My artistic mission is to document the subjective experience of my time and place. I live in a 21st Century city, a subject that is in constant flux. The influences and sensations of the city constantly alter my subjective experience. I am aiming at a moving target from a moving platform. I find it useful to work at different rates. Sketching these scenes focuses me on a fast-changing subject. Working slowly helps me perceive all the simultaneous interconnections that I’d miss in a glance. I’m in awe of the interwoven diversity of contemporary cities. Urban life is richer and more dynamic than architecture alone. I use reflections in skyscrapers as a metaphor for the inner lives of urban dwellers. Every grid of windows symbolizes a life story. My paintings of reflections don’t rely on geometric perspective in order to give equal weight to each story. I select and manipulate shapes found in the multitude of reflections. I preserve the original character of the reflections while extracting parts that evoke the cultural and mental life of the inhabitants. My goal is to attach a new layer of meaning to a recognizable place. To manage the grids in the paintings, I adopt lists of words to name rows and columns. These lists are initiated by locations, building names or tenants to form an organizational matrix of words. This word collection becomes an important, if hidden, poetic structure for the themes in my artworks. I use several techniques to capture the experience of constant movement and change in the city. Rhythmic repetition is pervasive in skyscraper reflections and I emphasize this in my paintings. I meld flat reflection shapes into sculptural forms to evoke the original reflection’s undulation. The fluid character of reflections reminds us that even steel, glass and concrete structures are temporary. Culture is so rich and busy in the city that we sometimes miss a neighborhood’s total transformation. I want my work to capture fleeting moments of beauty. This “nostalgia for the present moment” should inspire viewers of my work to be more present in their cities. – Paul Mckee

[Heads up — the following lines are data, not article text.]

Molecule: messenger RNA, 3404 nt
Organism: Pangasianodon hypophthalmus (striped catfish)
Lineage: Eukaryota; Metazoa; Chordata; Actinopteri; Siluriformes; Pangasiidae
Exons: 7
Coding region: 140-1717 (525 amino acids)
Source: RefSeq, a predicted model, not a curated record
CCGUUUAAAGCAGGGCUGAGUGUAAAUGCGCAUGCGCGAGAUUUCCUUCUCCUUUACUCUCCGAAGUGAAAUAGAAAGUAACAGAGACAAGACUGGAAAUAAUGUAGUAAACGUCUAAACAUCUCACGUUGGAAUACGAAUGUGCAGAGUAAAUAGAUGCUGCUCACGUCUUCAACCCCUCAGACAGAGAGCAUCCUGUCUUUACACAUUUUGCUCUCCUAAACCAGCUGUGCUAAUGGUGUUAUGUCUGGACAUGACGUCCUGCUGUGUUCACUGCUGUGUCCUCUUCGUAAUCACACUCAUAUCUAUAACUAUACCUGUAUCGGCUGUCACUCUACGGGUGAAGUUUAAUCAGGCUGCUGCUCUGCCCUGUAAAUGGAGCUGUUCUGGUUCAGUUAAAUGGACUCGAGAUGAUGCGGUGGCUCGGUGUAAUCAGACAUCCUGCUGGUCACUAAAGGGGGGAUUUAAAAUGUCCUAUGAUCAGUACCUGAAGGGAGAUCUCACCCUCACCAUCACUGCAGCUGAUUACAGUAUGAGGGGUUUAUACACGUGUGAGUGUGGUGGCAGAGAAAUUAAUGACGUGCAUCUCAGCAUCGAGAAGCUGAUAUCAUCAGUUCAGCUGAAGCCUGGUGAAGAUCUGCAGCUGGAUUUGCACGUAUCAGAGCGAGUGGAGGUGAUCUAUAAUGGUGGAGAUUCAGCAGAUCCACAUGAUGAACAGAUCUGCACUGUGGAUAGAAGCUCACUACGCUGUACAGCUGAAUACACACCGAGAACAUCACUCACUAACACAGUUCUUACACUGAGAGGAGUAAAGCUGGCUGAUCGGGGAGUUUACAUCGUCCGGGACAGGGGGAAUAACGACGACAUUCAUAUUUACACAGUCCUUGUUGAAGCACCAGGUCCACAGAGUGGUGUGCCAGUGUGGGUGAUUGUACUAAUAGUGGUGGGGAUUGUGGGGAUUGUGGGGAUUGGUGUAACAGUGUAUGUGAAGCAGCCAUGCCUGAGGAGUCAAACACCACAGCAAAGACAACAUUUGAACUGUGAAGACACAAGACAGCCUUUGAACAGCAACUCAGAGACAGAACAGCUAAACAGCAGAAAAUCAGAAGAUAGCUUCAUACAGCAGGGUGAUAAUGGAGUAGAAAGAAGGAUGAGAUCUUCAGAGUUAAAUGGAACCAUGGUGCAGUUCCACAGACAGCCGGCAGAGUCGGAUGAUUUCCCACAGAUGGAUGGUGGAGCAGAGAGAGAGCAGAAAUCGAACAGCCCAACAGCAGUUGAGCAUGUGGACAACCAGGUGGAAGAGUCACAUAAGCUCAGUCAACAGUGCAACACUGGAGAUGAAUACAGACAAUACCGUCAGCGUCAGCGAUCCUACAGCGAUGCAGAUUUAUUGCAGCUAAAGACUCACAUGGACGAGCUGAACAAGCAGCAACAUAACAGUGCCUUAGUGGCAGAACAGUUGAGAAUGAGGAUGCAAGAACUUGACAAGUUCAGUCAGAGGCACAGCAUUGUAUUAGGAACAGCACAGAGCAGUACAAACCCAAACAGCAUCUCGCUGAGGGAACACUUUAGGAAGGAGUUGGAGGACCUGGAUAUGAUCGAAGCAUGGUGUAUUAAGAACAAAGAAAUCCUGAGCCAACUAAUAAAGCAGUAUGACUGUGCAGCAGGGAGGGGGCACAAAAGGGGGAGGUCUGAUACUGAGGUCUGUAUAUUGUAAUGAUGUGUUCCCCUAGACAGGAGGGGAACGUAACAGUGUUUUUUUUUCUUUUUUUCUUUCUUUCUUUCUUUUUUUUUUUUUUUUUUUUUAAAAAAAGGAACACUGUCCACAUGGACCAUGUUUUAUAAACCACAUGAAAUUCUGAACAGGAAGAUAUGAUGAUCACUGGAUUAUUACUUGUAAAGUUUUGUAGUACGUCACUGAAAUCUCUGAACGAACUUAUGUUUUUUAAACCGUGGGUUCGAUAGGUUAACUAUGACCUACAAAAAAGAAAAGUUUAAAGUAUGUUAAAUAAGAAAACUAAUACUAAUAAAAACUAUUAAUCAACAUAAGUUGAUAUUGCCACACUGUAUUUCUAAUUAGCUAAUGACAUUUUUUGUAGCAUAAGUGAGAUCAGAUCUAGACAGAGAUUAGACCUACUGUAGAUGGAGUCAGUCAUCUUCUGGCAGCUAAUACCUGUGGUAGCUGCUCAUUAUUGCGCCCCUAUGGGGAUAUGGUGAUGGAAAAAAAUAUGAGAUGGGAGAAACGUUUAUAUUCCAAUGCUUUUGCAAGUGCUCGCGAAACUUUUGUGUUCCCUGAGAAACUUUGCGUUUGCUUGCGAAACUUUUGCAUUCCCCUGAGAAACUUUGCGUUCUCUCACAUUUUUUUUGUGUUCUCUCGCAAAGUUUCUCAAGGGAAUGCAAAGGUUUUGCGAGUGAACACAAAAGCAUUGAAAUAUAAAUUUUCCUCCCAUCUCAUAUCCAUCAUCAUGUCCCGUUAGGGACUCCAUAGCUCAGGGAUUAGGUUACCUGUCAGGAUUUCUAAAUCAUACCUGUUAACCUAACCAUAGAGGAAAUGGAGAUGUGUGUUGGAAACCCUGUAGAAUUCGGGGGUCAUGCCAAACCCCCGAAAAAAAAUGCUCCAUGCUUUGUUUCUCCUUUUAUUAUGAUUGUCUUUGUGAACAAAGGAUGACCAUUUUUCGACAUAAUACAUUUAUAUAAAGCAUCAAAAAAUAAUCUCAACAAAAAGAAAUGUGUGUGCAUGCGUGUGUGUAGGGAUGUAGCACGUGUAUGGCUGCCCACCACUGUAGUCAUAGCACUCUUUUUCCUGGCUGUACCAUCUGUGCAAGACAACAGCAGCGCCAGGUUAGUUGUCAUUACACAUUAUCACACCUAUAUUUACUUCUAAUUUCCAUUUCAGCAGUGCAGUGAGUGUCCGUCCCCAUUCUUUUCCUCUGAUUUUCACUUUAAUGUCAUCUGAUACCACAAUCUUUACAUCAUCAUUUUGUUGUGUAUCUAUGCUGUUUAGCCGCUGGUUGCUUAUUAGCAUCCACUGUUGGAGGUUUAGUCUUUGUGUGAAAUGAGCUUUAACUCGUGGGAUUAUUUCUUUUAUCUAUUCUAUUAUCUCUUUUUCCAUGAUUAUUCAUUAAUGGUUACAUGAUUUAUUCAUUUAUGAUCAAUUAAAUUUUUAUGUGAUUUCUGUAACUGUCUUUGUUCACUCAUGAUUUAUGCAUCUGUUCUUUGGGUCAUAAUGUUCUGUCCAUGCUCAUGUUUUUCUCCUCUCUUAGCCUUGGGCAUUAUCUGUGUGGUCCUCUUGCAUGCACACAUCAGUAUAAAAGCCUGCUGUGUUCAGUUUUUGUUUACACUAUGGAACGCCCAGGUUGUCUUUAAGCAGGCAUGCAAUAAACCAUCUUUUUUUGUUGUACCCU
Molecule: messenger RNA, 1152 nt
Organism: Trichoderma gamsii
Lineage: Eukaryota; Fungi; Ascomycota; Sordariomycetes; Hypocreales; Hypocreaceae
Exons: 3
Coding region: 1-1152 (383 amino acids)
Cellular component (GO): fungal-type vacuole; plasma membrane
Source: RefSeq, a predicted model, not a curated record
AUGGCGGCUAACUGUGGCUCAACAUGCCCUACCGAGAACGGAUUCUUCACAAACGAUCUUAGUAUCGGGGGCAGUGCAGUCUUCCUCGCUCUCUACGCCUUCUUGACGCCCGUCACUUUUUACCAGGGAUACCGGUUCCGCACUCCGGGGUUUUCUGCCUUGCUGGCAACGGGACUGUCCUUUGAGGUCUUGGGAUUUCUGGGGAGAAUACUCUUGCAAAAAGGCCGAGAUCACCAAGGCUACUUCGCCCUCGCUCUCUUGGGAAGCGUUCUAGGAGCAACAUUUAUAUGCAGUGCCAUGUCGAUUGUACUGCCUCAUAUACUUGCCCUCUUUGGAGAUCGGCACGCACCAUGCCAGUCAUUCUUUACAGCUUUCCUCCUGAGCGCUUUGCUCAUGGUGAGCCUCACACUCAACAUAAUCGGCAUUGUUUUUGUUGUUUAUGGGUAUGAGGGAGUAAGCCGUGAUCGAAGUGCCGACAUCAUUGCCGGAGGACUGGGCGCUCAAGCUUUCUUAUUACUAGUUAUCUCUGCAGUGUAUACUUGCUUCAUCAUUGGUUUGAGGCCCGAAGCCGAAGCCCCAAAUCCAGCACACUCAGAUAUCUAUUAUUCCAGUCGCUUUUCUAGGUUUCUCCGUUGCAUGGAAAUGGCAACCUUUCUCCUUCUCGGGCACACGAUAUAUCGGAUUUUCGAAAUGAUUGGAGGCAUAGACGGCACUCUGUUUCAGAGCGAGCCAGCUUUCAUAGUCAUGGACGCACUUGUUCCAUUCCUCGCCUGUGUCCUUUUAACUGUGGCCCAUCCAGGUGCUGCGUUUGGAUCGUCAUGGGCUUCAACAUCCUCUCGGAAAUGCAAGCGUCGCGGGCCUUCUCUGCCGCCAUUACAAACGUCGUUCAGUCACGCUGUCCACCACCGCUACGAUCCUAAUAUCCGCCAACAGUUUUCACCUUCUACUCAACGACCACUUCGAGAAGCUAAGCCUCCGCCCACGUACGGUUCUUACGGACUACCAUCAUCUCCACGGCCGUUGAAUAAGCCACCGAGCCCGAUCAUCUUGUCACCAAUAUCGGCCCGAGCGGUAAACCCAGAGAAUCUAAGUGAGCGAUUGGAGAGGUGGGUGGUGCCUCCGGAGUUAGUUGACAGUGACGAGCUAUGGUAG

ARTIST: Don Wesley